{1, 2, 3, 4}. Let A1 , A2 , A3 , A4 , A5 and A6 be sets of X defined as:
A1 = {1} A2 = {2} A3 = {1, 2} A4 = {1, 2, 3} A5 = {2, 3, 4}
A6 = {2, 4}
Let x = { , A1 , A2 , A3 , X}, y = { , A1 , A2 , A3 , A4 , X} and f :
(X, x ) (Y, y ) be an identity mappings. We can see
f is a supra-precontinuous mapping but not an infrasemicontinuous mapping.
f is a supra-precontinuous mapping which is not a continuous
mapping.
f is a supra-precontinuous mapping which is not an infra-continuous mapping.
Example 6. Consider the example 5 but y = { , A1 , A2 , A3 , A6 , X}.
We can see
f is an infra-semicontinuous mapping but it is not a supraprecontinuous mapping.
f is an infra-semicontinuous mapping where as it is not a
continuous mapping.
f is an infra-semicontinuous mapping which is not an infra-continuous mapping.
Example 7. Consider the space (X, x ) and (Y, y ) where, Y = X =
{1, 2, 3, 4}. Let A1 , A2 and A3 be sets of X defined as:
A1 = {1} A2 = {2} A3 = {2, 3}
Let x = { , A1 , X}, y = { , A1 , A3 , X} and f : (X, x ) (Y, y ) be
an identity mappings. We can see
f is a supra--continuous mapping but not an infra-continuous mapping.
f is a supra--continuous mapping which is not a continuous
mapping.
Example 8. Consider the example 7 but x = { , A2 , X} and y =
{ , A2 , A3 , X}. We can see
f is a -continuous mapping which is not an infra-continuous mapping.
f is a semicontinuous mapping which is not an infra-continuous mapping.
f is a precontinuous mapping which is not an infra-continuous mapping.

Proof.
(i) (ii). Let f be an infra--open mapping and be a set in X,
f (Int( )) f ( ). we have I Int( f (Int( ))) I Int f ( ).
Then, f (Int( )) I Int f ( ).
(ii) (iii). Suppose Y , then f 1 () be a set in X.
We put f 1 () = in (ii), we get f (Int( f 1 ())) I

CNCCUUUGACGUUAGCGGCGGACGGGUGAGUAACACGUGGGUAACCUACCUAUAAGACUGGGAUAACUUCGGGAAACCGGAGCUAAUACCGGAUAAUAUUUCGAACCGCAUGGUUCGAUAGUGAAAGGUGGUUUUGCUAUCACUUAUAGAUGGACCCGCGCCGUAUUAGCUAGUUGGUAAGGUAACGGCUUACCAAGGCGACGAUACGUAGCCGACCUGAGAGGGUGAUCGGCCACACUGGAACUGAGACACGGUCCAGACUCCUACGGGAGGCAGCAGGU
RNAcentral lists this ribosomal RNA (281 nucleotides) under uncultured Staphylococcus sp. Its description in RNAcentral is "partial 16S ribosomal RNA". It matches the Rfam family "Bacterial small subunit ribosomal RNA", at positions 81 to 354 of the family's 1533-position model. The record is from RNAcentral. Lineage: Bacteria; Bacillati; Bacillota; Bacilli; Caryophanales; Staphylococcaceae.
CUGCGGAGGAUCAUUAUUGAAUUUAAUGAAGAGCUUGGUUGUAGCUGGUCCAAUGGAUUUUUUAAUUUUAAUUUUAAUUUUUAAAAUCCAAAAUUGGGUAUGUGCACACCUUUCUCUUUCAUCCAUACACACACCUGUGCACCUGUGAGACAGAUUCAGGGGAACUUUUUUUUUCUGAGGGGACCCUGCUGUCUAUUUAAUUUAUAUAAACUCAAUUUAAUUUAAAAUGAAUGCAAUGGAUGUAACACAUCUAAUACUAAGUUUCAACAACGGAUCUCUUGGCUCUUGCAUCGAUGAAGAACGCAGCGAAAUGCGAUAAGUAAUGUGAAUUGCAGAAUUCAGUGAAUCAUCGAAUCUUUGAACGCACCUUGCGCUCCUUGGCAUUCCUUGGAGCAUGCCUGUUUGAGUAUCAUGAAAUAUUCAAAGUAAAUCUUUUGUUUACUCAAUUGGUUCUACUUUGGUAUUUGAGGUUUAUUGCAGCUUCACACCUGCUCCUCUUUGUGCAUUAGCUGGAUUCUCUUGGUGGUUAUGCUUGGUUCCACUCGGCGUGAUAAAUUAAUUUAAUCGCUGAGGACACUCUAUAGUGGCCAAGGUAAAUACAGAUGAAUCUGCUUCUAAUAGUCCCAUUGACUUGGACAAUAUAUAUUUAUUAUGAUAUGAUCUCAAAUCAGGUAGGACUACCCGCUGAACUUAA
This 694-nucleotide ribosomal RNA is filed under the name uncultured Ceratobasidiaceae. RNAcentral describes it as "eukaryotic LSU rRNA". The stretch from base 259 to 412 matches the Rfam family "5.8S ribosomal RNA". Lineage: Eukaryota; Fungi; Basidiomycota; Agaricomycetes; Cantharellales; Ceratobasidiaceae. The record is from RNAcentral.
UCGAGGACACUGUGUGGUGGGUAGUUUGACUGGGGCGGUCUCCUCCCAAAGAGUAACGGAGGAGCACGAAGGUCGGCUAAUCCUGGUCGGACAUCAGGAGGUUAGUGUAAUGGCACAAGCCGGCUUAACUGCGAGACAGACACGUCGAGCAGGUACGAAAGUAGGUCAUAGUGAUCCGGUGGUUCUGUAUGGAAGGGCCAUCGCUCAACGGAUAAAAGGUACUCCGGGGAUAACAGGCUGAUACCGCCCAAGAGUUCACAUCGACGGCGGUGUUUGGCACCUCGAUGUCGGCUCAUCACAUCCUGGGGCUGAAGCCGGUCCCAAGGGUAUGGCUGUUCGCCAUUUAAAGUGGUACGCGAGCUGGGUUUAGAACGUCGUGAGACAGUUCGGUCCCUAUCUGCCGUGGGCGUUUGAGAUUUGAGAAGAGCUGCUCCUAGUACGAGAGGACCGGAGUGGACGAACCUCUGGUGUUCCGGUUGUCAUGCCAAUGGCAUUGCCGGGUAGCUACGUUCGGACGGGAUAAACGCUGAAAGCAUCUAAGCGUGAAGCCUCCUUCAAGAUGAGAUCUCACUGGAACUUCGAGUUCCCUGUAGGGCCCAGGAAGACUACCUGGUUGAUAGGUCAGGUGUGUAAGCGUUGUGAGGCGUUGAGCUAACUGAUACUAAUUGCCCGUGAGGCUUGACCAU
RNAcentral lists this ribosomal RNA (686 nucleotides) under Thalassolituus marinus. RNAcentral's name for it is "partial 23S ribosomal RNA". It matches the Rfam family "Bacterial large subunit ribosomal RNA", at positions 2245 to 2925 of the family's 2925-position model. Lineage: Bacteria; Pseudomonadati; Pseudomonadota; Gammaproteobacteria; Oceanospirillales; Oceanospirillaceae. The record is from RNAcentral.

Int( f ( f 1 ())) I Int(). Then, Int( f 1 ()) f 1 (I
Int()).
(iii) (iv). Let A Y , then Ac also is a set in Y . In (iii) we
put Ac = A, then we get Int( f 1 (Ac )) f 1 (I Int(Ac )). Then,
(Cl( f 1 (A)))c ( f 1 (I Cl(A)))c . Hence, f 1 (I Cl(A))
Cl( f 1 (A)).
(iv) (v). Let us consider be a set in X, then ( f ( ))c is a set in
Y . Using (iv), we get f 1 (I Cl(( f ( ))c )) Cl( f 1 (( f ( ))c )).
This implies that ( f 1 (I Int( f ( ))))c (Int( f 1 ( f ( ))))c ,
then Int( ) f 1 (I Int( f ( ))) and f (Int( )) I
Int( f ( )) Int Cl Int (I Int( f ( ))).
Hence, f (Int ) Int Cl Int ( f ( )).
(v) (i). Let be an open set in X.
By using (v), we have f ( ) Int Cl Int ( f ( )), then f is an
infra--open mapping..
Corollary 3. For the mapping f : X Y , the following statements
are equivalent:
(i) f is an infra--closed;
(ii) f (I Cl) Cl( f ()), for each set in Y ;
(iii) Int( f 1 ()) f 1 (Int ()), for each set in Y ;
(iv) Int( f 1 ()) f 1 (Int Cl Int ()), for each set in Y .
Now, we define an infra--connected as follows:
Definition 10. A set X is said to be an infra--connected if
cannot written as the Union of two infra--separated sets.
Theorem 13. Let f : X Y be an infra--continuous surjective
mapping. If is an infra--connected subset of X, then f () is a
connected in Y .
Proof. Suppose f () is not an infra--connected in Y . Then,
there exists an infra--separated subsets and Y such that
f () = .
Since f is an infra--continuous surjective mapping, f 1 ( ) and
f 1 () are infra--open sets in X and = f 1 ( f ()) = f 1 (
) = f 1 ( ) f 1 ().
It is clear that f 1 ( ) and f 1 () are infra-- separated in X. Therefore, is not an infra--connected in X, which is a contradiction!!
Therefore f () is an infra--connected. 

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Global Journal of Mathematical Analysis